Environmental pollutants, including estrogens, are widespread in aquatic environments frequently as a result of treated wastewater effluent discharged. Exposure to estrogens has been correlated with disruption of the normal physiological and reproductive function in aquatic organisms, which could impair the sustainability of exposed populations. However, assessing the effects of estrogen exposure on individuals is complicated by the fact that rates of chemical uptake and environmental degradation are temperature dependent. Because annual temperature regimes often coincide with critical periods of biological activity, temperature-dependent changes in estrogen degradation efficacy during wastewater treatment could modulate biological effects. We examined the interactions between ambient water temperature and degradation of estrone (E1) during wastewater treatment. In addition, we exposed mature fathead minnows (Pimephales promelas) to three environmentally relevant concentrations of E1 at four different water temperatures (15 °C, 18 °C, 21 °C, and 24 °C) to reflect natural seasonal variation. E1 degradation occurred with and without the support of robust nitrification at all temperatures; however, the onset of E1 degradation was delayed at cooler water temperatures. In addition, we observed significant interactive effects between temperature and E1 exposure. Female morphometric endpoints were more susceptible to temperature-modulating effects while physiological endpoints were more strongly affected in males. Collectively, the data demonstrate that natural seasonal fluctuations in temperature are sufficient to affect E1 degradation during wastewater treatment and induce sex-dependent physiological and anatomical changes in exposed fish.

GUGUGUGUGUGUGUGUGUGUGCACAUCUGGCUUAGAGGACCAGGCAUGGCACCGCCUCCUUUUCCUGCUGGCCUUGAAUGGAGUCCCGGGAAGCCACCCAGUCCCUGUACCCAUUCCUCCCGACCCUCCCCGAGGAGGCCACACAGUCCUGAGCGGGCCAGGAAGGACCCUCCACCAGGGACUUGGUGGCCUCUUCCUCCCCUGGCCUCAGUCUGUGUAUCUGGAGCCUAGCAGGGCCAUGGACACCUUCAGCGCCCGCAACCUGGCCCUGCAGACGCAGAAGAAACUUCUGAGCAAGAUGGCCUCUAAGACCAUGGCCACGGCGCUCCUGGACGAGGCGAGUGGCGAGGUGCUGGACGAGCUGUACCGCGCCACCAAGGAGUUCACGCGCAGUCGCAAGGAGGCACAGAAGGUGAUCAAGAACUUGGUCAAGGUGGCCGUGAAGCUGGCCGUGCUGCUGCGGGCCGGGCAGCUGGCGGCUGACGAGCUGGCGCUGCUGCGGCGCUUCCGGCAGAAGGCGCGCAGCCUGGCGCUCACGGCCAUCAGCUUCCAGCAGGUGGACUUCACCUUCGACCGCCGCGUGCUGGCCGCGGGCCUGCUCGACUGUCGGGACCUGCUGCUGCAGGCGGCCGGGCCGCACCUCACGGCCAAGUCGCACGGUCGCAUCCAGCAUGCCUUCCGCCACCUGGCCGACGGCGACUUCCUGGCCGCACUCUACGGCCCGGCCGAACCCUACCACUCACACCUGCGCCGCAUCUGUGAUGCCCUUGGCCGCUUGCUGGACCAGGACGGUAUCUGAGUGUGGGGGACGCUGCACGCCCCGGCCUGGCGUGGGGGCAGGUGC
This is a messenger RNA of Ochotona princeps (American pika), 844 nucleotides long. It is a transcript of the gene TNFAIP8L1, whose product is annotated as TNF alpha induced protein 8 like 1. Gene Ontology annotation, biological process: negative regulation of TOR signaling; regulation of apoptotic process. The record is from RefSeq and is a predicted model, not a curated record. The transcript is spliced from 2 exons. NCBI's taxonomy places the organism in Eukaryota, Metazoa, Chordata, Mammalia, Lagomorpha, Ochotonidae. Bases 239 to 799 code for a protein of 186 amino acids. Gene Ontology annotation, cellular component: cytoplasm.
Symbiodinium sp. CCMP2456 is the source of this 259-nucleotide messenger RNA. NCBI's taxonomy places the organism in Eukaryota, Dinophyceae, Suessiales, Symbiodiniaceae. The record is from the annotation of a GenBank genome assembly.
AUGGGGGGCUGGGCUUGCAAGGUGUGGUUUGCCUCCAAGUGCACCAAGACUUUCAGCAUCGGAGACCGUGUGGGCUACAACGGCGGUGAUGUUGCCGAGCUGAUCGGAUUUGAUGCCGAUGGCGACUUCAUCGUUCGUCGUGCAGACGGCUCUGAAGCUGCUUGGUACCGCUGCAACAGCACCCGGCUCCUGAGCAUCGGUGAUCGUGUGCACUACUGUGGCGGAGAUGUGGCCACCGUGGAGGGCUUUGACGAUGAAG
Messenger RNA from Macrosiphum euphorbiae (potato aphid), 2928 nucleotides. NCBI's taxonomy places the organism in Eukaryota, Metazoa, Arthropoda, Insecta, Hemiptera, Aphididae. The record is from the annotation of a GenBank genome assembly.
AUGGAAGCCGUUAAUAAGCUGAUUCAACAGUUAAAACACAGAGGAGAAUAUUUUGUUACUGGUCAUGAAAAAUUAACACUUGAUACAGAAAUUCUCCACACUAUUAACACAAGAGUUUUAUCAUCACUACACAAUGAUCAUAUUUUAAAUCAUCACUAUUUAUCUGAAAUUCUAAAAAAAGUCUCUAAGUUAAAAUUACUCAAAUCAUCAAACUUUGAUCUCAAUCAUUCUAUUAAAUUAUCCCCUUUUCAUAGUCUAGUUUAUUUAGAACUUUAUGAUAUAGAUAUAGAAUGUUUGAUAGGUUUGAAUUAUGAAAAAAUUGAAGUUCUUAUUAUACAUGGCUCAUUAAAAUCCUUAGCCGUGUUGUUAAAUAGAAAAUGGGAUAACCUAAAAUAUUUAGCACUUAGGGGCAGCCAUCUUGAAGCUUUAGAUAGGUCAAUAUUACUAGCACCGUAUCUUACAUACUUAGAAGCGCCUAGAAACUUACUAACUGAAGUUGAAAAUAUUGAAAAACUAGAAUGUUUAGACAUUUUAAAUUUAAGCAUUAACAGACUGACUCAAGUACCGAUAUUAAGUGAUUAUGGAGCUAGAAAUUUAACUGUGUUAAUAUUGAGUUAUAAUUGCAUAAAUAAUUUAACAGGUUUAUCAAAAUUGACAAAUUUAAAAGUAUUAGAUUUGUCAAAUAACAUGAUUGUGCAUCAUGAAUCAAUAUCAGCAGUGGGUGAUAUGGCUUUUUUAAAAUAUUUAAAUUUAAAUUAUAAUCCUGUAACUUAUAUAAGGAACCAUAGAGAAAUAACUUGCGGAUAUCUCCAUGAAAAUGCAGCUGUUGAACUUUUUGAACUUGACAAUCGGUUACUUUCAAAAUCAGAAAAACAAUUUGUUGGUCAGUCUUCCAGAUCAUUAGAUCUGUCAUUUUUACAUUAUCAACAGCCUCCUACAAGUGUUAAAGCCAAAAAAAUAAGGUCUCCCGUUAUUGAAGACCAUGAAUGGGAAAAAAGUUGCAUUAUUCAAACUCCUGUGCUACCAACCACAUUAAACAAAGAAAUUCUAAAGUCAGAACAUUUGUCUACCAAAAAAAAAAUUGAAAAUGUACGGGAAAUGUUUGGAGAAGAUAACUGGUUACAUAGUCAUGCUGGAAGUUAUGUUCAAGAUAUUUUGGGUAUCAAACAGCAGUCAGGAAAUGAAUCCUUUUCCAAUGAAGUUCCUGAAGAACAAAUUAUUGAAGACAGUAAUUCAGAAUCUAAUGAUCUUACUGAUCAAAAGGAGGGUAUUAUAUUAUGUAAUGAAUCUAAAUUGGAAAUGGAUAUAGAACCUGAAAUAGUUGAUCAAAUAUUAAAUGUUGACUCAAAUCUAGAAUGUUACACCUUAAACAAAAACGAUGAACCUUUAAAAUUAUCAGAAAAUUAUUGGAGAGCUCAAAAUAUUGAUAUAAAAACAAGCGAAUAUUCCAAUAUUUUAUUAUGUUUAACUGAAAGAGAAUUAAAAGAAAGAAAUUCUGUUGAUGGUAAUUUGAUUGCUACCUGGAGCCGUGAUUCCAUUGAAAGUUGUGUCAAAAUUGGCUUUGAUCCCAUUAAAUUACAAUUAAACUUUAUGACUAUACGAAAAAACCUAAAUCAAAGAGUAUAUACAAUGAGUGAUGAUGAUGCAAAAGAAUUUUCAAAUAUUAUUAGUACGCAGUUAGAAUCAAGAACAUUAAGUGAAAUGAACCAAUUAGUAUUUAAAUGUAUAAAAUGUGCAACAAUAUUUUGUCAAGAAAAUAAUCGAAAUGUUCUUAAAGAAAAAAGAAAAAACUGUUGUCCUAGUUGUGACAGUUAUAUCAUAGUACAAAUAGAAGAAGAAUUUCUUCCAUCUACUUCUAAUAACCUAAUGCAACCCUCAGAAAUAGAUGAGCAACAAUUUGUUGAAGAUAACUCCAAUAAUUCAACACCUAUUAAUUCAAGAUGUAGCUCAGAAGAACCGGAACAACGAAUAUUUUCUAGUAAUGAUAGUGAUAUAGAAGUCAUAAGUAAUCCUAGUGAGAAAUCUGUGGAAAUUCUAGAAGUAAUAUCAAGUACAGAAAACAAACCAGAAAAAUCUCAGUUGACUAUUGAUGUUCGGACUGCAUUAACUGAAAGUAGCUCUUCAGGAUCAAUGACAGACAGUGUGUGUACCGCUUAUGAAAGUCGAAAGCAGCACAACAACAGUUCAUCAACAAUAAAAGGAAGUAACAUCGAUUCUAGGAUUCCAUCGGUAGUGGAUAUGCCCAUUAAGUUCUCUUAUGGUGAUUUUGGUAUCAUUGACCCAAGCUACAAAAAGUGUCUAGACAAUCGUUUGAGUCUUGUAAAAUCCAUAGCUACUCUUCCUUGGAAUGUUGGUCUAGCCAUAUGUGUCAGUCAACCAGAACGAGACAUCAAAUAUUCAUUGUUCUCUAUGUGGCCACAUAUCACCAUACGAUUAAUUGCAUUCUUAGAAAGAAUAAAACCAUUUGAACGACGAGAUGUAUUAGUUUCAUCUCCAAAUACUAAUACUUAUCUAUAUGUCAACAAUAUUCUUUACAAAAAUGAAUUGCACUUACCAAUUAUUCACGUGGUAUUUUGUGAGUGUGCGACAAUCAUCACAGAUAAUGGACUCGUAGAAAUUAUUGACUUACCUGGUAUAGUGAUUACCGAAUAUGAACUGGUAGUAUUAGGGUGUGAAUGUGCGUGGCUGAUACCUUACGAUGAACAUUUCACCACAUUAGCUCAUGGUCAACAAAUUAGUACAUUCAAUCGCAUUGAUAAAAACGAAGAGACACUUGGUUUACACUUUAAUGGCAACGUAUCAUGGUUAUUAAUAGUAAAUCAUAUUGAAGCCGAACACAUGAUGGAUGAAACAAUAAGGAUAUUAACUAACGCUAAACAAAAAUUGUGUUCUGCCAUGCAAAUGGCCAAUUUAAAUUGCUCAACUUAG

Bibliographical noteFunding Information:
Funding for the present study was provided by the Minnesota Environment and Natural Resources Trust Fund as recommended by the Legislative-Citizen Commission on Minnesota Resources (Grant M.L. 2014, Chp. 226, Sec. 2, Subd. 03d) (PJN; JLW; HLS) and an Animal Behavior Society student research grant (MKC). The authors wish to express their gratitude to the numerous undergraduate and graduate students of the St. Cloud State Aquatic Toxicology Laboratory that assisted in the exposure experiments, particularly David Feifarek, Raingsey Aing, Michelle Matsuura, Jacqueline Blomker, and Jennifer Notch. For their contributions to the nitrification experiments, we appreciate the assistance of Rebecca Alm at the Metropolitan Wastewater Treatment Plant in St. Paul, MN and Sarah Barnett, undergraduate at the University of Minnesota.
- Fathead minnows
- Wastewater treatment